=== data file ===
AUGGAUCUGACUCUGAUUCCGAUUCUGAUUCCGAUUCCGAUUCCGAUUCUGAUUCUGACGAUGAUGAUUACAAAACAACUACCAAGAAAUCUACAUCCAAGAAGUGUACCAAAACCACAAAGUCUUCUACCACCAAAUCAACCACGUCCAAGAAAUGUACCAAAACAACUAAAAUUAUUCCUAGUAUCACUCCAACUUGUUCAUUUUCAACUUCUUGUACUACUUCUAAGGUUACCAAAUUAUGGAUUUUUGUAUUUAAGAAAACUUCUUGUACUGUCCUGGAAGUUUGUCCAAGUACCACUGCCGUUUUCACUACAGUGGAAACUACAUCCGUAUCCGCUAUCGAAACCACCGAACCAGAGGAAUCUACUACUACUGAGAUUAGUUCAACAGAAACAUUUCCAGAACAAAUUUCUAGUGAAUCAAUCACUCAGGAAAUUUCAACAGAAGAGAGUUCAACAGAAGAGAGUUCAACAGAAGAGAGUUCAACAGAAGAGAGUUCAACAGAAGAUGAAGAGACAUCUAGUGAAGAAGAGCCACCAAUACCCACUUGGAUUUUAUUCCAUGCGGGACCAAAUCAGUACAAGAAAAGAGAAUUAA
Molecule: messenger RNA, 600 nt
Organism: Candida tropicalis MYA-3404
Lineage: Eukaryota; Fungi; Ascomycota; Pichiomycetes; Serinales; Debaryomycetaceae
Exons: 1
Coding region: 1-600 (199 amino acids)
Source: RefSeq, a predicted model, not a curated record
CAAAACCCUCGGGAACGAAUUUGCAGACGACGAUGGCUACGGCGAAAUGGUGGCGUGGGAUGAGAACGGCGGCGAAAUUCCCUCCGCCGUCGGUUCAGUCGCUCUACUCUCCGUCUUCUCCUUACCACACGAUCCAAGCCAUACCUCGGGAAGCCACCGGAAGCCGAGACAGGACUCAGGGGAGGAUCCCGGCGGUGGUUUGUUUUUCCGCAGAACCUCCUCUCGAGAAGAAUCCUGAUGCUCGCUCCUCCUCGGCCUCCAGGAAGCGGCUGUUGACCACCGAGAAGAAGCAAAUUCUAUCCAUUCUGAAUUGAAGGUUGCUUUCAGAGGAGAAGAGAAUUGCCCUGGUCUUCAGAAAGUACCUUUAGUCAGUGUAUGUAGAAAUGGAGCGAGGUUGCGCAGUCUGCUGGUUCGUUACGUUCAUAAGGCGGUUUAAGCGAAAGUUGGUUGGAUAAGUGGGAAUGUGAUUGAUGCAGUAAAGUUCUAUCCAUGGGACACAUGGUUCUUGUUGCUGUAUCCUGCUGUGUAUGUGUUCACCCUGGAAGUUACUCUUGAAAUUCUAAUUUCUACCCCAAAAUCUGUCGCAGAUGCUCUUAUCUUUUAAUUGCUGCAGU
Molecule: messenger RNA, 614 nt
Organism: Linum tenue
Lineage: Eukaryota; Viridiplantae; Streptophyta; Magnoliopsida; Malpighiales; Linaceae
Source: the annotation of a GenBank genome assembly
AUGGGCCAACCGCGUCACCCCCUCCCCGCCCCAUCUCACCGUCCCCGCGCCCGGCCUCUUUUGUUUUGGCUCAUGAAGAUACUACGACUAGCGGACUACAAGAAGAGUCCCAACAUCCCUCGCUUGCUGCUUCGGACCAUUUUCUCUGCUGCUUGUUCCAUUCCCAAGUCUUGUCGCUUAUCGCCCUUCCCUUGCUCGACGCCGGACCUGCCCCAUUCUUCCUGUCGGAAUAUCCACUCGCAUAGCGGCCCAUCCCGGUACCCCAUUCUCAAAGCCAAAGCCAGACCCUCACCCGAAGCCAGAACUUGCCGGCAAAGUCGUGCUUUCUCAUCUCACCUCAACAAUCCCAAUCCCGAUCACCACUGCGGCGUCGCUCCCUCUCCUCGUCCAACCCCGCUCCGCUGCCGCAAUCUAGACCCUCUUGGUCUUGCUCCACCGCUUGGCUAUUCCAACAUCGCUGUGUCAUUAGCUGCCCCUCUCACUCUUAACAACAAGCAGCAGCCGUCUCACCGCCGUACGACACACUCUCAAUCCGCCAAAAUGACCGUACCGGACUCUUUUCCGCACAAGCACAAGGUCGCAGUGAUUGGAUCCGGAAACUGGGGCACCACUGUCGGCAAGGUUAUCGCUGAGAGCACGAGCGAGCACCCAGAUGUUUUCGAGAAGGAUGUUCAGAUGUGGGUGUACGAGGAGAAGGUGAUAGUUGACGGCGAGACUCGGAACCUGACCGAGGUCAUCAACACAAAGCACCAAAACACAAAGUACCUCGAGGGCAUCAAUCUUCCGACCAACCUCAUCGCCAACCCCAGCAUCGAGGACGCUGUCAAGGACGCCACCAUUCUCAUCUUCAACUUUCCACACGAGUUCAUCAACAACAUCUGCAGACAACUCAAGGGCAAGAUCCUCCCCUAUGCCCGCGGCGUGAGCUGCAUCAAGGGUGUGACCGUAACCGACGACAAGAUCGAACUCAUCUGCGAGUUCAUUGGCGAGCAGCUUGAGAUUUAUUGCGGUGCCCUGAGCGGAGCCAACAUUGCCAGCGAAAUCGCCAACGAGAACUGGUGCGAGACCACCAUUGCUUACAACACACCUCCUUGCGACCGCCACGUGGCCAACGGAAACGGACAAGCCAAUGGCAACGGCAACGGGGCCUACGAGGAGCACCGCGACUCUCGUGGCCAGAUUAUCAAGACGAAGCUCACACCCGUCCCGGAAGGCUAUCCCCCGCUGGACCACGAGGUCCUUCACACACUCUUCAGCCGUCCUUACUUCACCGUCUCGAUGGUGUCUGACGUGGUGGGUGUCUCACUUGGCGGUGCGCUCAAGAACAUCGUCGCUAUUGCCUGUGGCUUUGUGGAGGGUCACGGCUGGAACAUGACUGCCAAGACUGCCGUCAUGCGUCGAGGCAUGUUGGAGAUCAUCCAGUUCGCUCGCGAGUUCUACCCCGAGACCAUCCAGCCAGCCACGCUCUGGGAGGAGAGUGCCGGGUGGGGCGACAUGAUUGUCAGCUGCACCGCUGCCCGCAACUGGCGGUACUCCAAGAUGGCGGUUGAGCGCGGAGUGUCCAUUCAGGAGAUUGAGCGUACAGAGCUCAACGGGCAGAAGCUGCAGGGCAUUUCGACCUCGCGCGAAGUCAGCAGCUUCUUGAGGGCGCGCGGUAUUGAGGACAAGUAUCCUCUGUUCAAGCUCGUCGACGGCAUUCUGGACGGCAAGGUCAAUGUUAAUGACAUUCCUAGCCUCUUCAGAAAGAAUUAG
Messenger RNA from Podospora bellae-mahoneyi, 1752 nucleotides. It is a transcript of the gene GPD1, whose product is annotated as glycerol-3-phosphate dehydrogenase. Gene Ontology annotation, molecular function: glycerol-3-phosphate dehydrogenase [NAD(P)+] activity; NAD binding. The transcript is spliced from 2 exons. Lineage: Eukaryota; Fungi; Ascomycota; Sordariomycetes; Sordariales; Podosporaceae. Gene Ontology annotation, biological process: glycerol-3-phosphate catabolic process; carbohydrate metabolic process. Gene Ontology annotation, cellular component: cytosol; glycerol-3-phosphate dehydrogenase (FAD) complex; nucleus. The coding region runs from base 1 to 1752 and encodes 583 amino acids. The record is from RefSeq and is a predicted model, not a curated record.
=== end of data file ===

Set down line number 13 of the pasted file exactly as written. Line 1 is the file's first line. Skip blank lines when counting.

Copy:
AUGGGCCAACCGCGUCACCCCCUCCCCGCCCCAUCUCACCGUCCCCGCGCCCGGCCUCUUUUGUUUUGGCUCAUGAAGAUACUACGACUAGCGGACUACAAGAAGAGUCCCAACAUCCCUCGCUUGCUGCUUCGGACCAUUUUCUCUGCUGCUUGUUCCAUUCCCAAGUCUUGUCGCUUAUCGCCCUUCCCUUGCUCGACGCCGGACCUGCCCCAUUCUUCCUGUCGGAAUAUCCACUCGCAUAGCGGCCCAUCCCGGUACCCCAUUCUCAAAGCCAAAGCCAGACCCUCACCCGAAGCCAGAACUUGCCGGCAAAGUCGUGCUUUCUCAUCUCACCUCAACAAUCCCAAUCCCGAUCACCACUGCGGCGUCGCUCCCUCUCCUCGUCCAACCCCGCUCCGCUGCCGCAAUCUAGACCCUCUUGGUCUUGCUCCACCGCUUGGCUAUUCCAACAUCGCUGUGUCAUUAGCUGCCCCUCUCACUCUUAACAACAAGCAGCAGCCGUCUCACCGCCGUACGACACACUCUCAAUCCGCCAAAAUGACCGUACCGGACUCUUUUCCGCACAAGCACAAGGUCGCAGUGAUUGGAUCCGGAAACUGGGGCACCACUGUCGGCAAGGUUAUCGCUGAGAGCACGAGCGAGCACCCAGAUGUUUUCGAGAAGGAUGUUCAGAUGUGGGUGUACGAGGAGAAGGUGAUAGUUGACGGCGAGACUCGGAACCUGACCGAGGUCAUCAACACAAAGCACCAAAACACAAAGUACCUCGAGGGCAUCAAUCUUCCGACCAACCUCAUCGCCAACCCCAGCAUCGAGGACGCUGUCAAGGACGCCACCAUUCUCAUCUUCAACUUUCCACACGAGUUCAUCAACAACAUCUGCAGACAACUCAAGGGCAAGAUCCUCCCCUAUGCCCGCGGCGUGAGCUGCAUCAAGGGUGUGACCGUAACCGACGACAAGAUCGAACUCAUCUGCGAGUUCAUUGGCGAGCAGCUUGAGAUUUAUUGCGGUGCCCUGAGCGGAGCCAACAUUGCCAGCGAAAUCGCCAACGAGAACUGGUGCGAGACCACCAUUGCUUACAACACACCUCCUUGCGACCGCCACGUGGCCAACGGAAACGGACAAGCCAAUGGCAACGGCAACGGGGCCUACGAGGAGCACCGCGACUCUCGUGGCCAGAUUAUCAAGACGAAGCUCACACCCGUCCCGGAAGGCUAUCCCCCGCUGGACCACGAGGUCCUUCACACACUCUUCAGCCGUCCUUACUUCACCGUCUCGAUGGUGUCUGACGUGGUGGGUGUCUCACUUGGCGGUGCGCUCAAGAACAUCGUCGCUAUUGCCUGUGGCUUUGUGGAGGGUCACGGCUGGAACAUGACUGCCAAGACUGCCGUCAUGCGUCGAGGCAUGUUGGAGAUCAUCCAGUUCGCUCGCGAGUUCUACCCCGAGACCAUCCAGCCAGCCACGCUCUGGGAGGAGAGUGCCGGGUGGGGCGACAUGAUUGUCAGCUGCACCGCUGCCCGCAACUGGCGGUACUCCAAGAUGGCGGUUGAGCGCGGAGUGUCCAUUCAGGAGAUUGAGCGUACAGAGCUCAACGGGCAGAAGCUGCAGGGCAUUUCGACCUCGCGCGAAGUCAGCAGCUUCUUGAGGGCGCGCGGUAUUGAGGACAAGUAUCCUCUGUUCAAGCUCGUCGACGGCAUUCUGGACGGCAAGGUCAAUGUUAAUGACAUUCCUAGCCUCUUCAGAAAGAAUUAG